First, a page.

Back in 2010, Mark Zuckerberg won TIME magazine’s Person of the Year award. It was a moral, and mainstream victory for traditionalist geeks all over the world.
You see, the man who founded Facebook in 2004 whilst studying at Havard had always been different. He wasn’t a jock, and he didn’t want to fit into any clique – he had an idea which stemmed from a deep root knowledge of computing and he stuck to it. He truly is the Geek God of Social Media.
There are many different interpretations of what a geek is, but the one you probably have in your mind is the boy at school with his top button firmly tightened around his neck, and shiny braces in his lisping mouth. Nowadays, being a geek can almost be taken as a compliment. If you are a geek you are knowledgeable of a particular subject which gives you openings in the world that may not have been possible before; and that in turn means the mainstream media and citizens of earth are starting to accept them. Understandably, the society we live in could not survive without geeks. The always-funny Urban Dictionary defines a geek as “somebody you pick on at high school, but end up working for”, which sums it up perfectly; geeks take a lot of stick but laugh loudest in their later years. All you have to do is think of the geekiest people throughout history – Darwin, Einstein, Hawking, Jobs, Gates, Zuckerberg and you can spot their importance to how we live today from miles off.
The modern day definition of the word geek is a can of worms really. It can still be used as a derogatory term, meaning foolish or clumsy, but this is becoming increasingly rare. It’s main usage today would be aimed towards experts or enthusiasts of a certain study (whether it be computing, painting, gaming, eating whilst standing on your head..) and is generally received in a positive manner.
Since the rise of tablets, smartphones, phablets & social networking, being a geek has almost become an unconscious thing that most people do without realising it. We are obsessed with checking Facebook & Twitter every ten minutes, even if nothing is happening; it’s almost like those times you open the fridge to reveal that there is nothing in there, but you go back every so often just in case something magical has happened. Everybody has to have the latest phone, tablet, or gadget on the market. The Xbox One is selling like hot cakes in the UK at the moment, while PS4 is turning up in most homes in North America, like a great biblical plague. iPhones, iPads, as well as their Android equivalents, are becoming increasingly fashion accessories, rather than just a practical device to improve your lifestyle.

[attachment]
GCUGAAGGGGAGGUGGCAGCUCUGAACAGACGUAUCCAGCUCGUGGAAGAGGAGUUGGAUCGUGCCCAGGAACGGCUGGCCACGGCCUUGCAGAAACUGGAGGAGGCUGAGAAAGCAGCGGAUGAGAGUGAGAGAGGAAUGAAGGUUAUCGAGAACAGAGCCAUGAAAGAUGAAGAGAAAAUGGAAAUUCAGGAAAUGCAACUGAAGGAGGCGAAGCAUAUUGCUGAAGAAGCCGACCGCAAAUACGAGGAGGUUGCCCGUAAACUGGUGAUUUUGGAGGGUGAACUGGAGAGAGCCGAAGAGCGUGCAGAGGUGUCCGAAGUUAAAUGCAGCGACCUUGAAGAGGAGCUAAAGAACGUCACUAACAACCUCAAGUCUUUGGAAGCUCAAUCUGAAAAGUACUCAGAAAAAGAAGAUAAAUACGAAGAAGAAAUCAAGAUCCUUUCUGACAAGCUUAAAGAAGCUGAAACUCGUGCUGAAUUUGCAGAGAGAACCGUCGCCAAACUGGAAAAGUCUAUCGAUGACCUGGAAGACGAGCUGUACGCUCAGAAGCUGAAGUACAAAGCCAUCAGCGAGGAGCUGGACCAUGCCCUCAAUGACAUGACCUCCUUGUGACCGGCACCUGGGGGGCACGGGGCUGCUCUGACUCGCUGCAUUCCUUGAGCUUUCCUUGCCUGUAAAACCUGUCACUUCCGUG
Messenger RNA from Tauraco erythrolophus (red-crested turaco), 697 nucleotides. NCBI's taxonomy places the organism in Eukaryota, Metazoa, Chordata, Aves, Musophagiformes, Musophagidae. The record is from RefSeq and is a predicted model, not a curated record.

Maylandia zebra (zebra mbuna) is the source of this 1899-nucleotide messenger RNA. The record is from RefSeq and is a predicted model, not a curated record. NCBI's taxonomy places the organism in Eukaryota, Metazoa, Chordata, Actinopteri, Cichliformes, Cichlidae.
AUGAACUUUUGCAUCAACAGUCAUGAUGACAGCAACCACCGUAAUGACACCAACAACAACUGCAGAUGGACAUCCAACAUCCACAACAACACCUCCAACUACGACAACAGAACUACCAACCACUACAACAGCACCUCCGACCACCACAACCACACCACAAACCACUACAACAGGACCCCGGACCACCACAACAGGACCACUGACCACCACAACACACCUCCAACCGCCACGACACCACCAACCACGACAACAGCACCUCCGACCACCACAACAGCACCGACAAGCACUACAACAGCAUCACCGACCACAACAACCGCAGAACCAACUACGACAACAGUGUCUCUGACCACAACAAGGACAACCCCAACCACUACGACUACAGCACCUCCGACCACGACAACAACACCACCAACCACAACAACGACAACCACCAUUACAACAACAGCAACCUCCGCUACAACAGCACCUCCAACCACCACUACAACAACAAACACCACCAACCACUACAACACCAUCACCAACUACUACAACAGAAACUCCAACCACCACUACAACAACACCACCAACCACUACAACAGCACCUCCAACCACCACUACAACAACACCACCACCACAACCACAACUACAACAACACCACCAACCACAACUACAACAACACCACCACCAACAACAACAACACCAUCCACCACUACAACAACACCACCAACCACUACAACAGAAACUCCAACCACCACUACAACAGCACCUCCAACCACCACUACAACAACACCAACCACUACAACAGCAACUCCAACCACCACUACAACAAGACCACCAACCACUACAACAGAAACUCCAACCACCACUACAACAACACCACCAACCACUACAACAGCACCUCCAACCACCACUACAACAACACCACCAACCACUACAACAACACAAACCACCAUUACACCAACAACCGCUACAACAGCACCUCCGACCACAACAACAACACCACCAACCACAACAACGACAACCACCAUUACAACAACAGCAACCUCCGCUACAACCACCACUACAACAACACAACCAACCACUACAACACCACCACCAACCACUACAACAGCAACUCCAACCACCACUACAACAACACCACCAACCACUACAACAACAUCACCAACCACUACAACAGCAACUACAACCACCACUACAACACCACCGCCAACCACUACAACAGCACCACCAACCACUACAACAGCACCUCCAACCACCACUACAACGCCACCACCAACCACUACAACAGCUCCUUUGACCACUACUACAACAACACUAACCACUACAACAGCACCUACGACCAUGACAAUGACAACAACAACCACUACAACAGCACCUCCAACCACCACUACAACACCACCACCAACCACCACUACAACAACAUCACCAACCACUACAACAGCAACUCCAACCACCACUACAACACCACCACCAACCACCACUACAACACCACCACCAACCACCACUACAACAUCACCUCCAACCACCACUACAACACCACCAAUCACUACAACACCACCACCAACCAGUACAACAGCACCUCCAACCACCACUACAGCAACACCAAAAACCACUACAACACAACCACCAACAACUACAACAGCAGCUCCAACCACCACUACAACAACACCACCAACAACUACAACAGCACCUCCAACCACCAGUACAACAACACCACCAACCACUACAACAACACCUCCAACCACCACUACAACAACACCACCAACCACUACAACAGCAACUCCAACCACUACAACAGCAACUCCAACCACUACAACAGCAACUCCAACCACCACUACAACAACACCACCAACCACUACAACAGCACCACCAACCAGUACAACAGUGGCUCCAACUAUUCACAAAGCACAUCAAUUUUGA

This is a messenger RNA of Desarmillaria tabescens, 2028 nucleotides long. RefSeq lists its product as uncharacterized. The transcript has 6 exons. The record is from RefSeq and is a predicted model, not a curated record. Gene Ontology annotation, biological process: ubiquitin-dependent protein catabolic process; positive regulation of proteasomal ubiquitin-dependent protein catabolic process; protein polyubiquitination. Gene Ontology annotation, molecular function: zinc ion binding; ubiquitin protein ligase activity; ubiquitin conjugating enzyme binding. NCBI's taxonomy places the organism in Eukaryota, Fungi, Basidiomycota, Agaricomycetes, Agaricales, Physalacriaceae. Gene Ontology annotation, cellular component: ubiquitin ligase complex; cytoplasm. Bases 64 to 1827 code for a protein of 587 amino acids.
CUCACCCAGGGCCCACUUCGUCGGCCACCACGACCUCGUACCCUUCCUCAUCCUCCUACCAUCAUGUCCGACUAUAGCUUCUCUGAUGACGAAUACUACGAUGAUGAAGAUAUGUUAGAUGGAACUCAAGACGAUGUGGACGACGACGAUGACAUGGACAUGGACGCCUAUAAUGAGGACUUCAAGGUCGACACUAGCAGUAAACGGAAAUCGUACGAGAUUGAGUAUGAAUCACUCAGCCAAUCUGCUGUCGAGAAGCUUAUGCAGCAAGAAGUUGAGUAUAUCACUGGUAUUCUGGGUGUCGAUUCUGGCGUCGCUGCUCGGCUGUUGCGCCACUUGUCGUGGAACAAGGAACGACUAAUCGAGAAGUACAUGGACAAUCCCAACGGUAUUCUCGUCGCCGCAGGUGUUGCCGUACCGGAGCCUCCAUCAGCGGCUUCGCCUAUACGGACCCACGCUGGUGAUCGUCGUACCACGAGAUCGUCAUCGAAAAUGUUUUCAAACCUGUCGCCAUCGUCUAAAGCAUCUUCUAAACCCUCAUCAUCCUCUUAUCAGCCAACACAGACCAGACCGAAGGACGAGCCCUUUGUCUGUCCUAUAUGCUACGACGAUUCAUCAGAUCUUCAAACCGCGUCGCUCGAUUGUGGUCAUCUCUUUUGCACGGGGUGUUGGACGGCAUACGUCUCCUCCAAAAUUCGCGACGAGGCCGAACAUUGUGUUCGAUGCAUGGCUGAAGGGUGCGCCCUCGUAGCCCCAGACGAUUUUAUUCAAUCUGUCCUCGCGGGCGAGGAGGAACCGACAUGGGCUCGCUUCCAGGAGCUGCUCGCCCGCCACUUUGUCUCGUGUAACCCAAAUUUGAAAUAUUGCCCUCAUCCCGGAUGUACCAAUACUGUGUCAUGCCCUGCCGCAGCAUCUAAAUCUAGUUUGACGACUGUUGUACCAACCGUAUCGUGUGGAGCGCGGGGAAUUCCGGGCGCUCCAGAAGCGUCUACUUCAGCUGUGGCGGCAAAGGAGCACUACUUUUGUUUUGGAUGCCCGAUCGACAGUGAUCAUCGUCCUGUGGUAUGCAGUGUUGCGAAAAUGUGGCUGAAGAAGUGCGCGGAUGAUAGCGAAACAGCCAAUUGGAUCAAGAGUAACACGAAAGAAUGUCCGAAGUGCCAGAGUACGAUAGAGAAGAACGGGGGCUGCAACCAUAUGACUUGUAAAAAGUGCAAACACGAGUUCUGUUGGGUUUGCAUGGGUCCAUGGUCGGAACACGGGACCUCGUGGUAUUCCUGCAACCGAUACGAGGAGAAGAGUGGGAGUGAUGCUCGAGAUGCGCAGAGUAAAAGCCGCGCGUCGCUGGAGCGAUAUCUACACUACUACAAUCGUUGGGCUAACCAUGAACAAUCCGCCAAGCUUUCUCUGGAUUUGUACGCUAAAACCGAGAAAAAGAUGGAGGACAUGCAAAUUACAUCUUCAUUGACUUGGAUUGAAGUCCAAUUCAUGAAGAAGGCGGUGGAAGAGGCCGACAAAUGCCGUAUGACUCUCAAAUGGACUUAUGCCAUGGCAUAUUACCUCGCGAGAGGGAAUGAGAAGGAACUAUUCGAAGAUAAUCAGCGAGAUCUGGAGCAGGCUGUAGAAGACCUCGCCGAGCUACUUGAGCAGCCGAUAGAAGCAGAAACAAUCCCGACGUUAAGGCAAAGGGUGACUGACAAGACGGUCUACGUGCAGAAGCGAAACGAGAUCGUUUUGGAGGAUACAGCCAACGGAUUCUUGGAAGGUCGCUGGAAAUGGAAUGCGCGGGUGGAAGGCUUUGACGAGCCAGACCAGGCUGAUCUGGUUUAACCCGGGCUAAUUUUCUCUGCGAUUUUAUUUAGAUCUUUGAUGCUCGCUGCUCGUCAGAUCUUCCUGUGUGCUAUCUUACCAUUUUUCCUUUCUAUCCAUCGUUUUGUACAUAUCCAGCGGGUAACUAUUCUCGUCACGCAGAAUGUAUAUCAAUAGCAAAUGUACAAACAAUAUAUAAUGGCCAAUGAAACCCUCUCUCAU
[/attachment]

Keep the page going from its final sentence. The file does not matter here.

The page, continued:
It is no surprise that the fashion movement geek chic had it’s rise right in the middle of this current climate. People are wearing glasses without working prescription lenses, braces on their trousers without the need to keep them up, and their shirts buttoned up. It is no longer shameful to look this way, and many celebrities follow this style. From your favourite rock star, or boyband member, TV chef, footballer.. they are all going for that look. Geek is becoming increasingly popular, and has become a brand in it’s own right.
One of the biggest misconceptions about dressing in this current trend of geeky fashion is that you will look the same as everyone else. This could not be further from the truth. The greatest thing about the current world we live in is that you can put a spin on anything without being judged. I personally like to mix aspects of the rockabilly subculture of yesteryear with geek. So, a pompadour hairstyle, denim jacket, boots, and cuffed-bottom jeans, but with a twist of a buttoned-up shirt and maybe occasionally 1980s style NHS glasses. If you’re sporty, wear a baseball jacket. If you like headgear, maybe wear a beanie. It’s all open to interpretation, and remember the best part of being a style geek is that you will stand out from the crowd.